Career Information for Foreign Engineers in Germany
Engineers who want to work in Germany should be aware of some important facts.
Foreign engineers coming to Germany are in the news these days – and in a good way. They are being welcomed as immigrants and are filling many of the engineering job vacancies that are opening up in Germany. Below are some particulars for engineers to know as well as specific employment information to be considered when working in Germany.
Job situation for Engineers
Germany industry has traditionally put a strong emphasis on science and technology. Germany has the highest number of employed engineering workers and the second highest share of engineering workers among all employees in the European Union. But, demographic trends are causing some concern. Currently 21% of engineering workers are older than 55 and many companies face severe replacement problems. The largest numbers of job vacancies in engineering are the Hamburg and Stuttgart areas as well as in the cities of Berlin and Munich. Work Permit requirements have been relaxed.
Engineers from non-EU countries can now benefit from the new EU Blue Card, which gives highly skilled foreign immigrants the right to live and work in Germany. Because of the shortage of engineers this group has low entry requirements at the moment. This means an engineer only needs two things to get the Blue Card:
- a university degree
- a employment contract with a salary of at least €39,624 per year
The permit is valid for the duration of a work contract plus three months but no longer then four years. Blue Card holders can renew the permit or apply for a permanent residence permit after 33 months. Spouses of Blue Card holders are allowed to work in Germany without any restrictions. The permission has to be requested at the local Ausländerbehörde (Foreigners Office).
For more information on the EU Blue Card see the separate article here.
Use of the title “Ingenieur”
The professional title for an engineer is protected by law. You may not use the German word “Ingenieur” (e.g. in your résumé) until you have gone through the accreditation process. However, there are only a few special cases where you really need the title for your work. But you may face situations where it is a psychological advantage.
A precondition for working in Germany is often a certain level of proficiency in the German language. How good your German actually needs to be is very different. As a guideline: The bigger the company, the more international the field of work and the bigger the city or industrial region is, the less knowledge of German you will need. You can survive without any German when you work as an experienced mechanical engineer in the aerospace industry; e.g. at Airbus in Hamburg. But you will need really good German language skills if you want to work in a medium-sized construction company in a non-industrial area. It is recommended to have finished the German Level B1 when first applying for jobs. The application period gives you time to reach B2, which is usually good enough to start working.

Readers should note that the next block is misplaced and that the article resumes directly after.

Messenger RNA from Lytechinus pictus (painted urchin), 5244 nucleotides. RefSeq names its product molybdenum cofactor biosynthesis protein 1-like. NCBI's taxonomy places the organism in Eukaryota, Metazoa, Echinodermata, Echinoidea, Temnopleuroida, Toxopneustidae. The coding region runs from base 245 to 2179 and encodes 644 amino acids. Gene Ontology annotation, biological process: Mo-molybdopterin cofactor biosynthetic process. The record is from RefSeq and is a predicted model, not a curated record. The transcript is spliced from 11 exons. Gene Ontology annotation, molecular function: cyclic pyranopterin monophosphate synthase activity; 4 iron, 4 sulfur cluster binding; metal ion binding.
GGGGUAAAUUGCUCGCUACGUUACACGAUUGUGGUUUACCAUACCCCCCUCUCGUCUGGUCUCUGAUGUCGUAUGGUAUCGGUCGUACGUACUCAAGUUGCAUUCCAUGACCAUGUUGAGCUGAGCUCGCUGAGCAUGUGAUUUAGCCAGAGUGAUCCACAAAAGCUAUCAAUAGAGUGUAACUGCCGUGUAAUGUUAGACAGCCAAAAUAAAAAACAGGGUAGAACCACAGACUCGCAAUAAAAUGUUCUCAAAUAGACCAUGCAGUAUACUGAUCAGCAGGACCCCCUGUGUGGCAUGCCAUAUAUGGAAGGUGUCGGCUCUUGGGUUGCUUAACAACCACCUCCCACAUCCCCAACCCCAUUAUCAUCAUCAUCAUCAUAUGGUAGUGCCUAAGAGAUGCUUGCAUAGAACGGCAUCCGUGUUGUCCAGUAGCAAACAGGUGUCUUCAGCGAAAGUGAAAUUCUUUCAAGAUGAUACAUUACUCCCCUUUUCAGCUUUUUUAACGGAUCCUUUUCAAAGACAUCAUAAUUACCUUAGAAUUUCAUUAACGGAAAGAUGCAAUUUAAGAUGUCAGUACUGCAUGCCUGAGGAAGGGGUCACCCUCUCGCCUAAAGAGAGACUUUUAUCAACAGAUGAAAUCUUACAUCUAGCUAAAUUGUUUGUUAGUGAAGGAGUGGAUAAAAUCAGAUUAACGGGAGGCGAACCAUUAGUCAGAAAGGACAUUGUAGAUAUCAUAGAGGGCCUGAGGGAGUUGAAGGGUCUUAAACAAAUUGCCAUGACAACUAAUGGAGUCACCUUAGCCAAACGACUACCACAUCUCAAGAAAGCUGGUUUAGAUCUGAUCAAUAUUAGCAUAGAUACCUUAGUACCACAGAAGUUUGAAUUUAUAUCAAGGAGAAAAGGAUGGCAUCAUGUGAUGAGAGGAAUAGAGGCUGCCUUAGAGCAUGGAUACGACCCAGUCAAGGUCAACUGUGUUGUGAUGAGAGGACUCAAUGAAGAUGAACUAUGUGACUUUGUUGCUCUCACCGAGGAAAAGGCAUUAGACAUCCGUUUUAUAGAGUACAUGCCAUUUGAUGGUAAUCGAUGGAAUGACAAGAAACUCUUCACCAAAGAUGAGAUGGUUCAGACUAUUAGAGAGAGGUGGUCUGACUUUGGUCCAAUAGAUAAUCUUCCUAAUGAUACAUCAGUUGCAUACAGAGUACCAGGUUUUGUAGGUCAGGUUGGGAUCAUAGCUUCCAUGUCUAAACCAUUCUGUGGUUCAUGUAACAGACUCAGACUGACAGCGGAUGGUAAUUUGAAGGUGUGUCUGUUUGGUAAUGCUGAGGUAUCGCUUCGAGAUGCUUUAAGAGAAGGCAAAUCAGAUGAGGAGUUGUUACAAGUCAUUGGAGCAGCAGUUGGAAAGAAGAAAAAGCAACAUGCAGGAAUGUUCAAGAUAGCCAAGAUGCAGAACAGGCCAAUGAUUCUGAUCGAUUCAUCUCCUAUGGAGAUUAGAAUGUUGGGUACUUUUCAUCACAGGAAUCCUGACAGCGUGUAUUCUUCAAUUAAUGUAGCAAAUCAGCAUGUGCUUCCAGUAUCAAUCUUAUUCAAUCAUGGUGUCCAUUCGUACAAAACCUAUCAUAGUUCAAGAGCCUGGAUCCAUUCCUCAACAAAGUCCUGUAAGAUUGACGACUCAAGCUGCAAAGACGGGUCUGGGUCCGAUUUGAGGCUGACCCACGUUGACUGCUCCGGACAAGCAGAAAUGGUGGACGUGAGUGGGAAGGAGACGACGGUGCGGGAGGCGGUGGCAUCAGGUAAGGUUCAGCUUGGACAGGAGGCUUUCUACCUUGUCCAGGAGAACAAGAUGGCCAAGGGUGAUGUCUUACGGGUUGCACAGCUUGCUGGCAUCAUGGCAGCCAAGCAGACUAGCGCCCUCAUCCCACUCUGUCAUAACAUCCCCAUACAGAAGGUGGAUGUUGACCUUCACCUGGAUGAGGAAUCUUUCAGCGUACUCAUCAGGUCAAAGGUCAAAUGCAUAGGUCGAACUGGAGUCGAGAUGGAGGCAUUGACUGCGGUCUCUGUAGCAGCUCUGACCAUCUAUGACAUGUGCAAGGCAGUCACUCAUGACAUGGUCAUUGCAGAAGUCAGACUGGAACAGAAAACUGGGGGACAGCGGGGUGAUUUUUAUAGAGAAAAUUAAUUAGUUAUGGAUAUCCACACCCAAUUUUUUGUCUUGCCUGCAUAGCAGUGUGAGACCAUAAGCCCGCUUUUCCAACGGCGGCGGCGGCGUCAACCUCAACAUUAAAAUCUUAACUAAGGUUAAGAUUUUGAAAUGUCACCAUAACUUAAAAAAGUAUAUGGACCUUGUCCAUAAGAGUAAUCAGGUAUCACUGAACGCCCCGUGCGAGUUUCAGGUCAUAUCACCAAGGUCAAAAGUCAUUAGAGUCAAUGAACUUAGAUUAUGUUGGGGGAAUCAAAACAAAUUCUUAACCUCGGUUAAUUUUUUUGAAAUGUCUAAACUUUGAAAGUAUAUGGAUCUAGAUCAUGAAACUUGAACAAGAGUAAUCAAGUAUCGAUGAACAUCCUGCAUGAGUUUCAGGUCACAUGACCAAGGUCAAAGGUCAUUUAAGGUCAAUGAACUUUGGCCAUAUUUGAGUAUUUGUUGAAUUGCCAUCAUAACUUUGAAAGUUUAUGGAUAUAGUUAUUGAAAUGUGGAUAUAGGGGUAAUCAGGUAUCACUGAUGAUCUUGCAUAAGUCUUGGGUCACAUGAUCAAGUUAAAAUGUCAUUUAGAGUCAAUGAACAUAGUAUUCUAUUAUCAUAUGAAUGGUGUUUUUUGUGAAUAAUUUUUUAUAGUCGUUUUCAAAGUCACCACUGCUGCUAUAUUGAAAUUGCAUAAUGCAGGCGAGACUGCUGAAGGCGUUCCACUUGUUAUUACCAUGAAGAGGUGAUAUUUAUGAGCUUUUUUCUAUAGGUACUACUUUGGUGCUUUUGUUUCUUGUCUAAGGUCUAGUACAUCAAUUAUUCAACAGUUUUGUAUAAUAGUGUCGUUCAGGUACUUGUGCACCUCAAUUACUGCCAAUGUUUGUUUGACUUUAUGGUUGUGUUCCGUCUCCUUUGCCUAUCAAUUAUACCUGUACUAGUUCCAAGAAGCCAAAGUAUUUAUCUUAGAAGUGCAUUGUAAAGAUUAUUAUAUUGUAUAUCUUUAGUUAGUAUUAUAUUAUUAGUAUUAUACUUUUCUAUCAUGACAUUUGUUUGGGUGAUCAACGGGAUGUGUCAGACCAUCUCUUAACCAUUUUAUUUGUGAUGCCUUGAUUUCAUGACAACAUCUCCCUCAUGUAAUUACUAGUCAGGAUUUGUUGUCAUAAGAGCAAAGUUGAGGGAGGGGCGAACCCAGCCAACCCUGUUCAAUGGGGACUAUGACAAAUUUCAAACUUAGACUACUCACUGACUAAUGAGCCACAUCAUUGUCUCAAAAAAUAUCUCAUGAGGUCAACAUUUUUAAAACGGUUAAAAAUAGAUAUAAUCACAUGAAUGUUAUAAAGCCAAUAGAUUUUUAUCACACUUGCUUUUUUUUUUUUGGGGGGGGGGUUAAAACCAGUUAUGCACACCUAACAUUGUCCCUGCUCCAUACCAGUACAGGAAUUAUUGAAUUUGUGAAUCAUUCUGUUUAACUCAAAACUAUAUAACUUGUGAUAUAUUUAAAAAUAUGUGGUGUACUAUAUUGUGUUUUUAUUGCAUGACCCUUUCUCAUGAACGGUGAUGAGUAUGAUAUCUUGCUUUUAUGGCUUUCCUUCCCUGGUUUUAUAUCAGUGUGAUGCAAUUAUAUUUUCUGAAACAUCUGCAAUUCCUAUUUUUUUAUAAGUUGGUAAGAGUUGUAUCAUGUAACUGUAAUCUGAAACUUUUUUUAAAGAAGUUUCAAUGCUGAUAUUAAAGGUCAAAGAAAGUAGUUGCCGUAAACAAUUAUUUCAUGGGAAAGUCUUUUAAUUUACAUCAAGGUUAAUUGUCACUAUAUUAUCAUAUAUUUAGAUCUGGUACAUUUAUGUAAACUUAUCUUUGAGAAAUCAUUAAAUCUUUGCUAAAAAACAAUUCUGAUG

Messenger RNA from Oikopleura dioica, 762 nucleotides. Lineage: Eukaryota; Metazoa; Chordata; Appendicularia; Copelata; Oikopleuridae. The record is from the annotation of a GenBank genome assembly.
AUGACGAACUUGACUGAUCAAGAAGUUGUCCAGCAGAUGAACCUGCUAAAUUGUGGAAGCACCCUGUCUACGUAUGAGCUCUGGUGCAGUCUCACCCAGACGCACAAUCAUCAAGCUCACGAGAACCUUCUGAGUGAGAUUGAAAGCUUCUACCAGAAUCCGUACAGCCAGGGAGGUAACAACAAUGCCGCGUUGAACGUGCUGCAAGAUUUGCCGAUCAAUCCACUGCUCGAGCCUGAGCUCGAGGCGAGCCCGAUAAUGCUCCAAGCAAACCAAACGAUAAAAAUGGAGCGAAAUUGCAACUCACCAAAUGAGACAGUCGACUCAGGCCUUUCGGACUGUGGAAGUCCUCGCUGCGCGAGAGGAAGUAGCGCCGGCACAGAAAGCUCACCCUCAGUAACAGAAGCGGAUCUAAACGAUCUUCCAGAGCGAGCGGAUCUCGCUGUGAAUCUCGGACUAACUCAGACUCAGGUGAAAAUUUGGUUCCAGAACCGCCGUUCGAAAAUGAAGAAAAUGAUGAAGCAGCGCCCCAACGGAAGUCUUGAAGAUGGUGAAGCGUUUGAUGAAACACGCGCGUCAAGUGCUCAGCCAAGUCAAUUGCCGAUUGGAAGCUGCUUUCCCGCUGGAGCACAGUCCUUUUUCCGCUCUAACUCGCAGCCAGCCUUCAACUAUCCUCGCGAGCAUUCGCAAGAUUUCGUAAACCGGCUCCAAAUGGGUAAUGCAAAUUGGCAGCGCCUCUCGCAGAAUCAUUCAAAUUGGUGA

Civil Engineers are a special case. This group uses a specific vocabulary for their work, which comes from a legal regulation called HOAI (Honorarordnung für Architekten und Ingenieure). It will be very important for you to know this technical language. It is highly recommended to take a close look at this regulation and to learn the vocabulary.
As anywhere in the world, what you can earn depends on your work experience, the company size and the local region. To give you an idea take, for example, a mechanical engineer with work experience of two years. The most likely salary will be between €44,000 and €52,000 per year. In a small company it can go down to €38,000. In lucky cases it can increase to €65,000. (This level of income is taxed at 42 per cent for a single person. If you earn less, are married or have children the rate decreases.)
Despite the high demand for engineers, the selection process is not easy. Germany has a very formal and defined application process that is quite different from many other countries. To be well informed is a prerequisite for a successful application.
Contributed by Heidi Störr
Heidi Störr is a consultant offering career advice for international experts. For information about her company and the variety of services available and their fees, visit her website at: www.push-your-career.com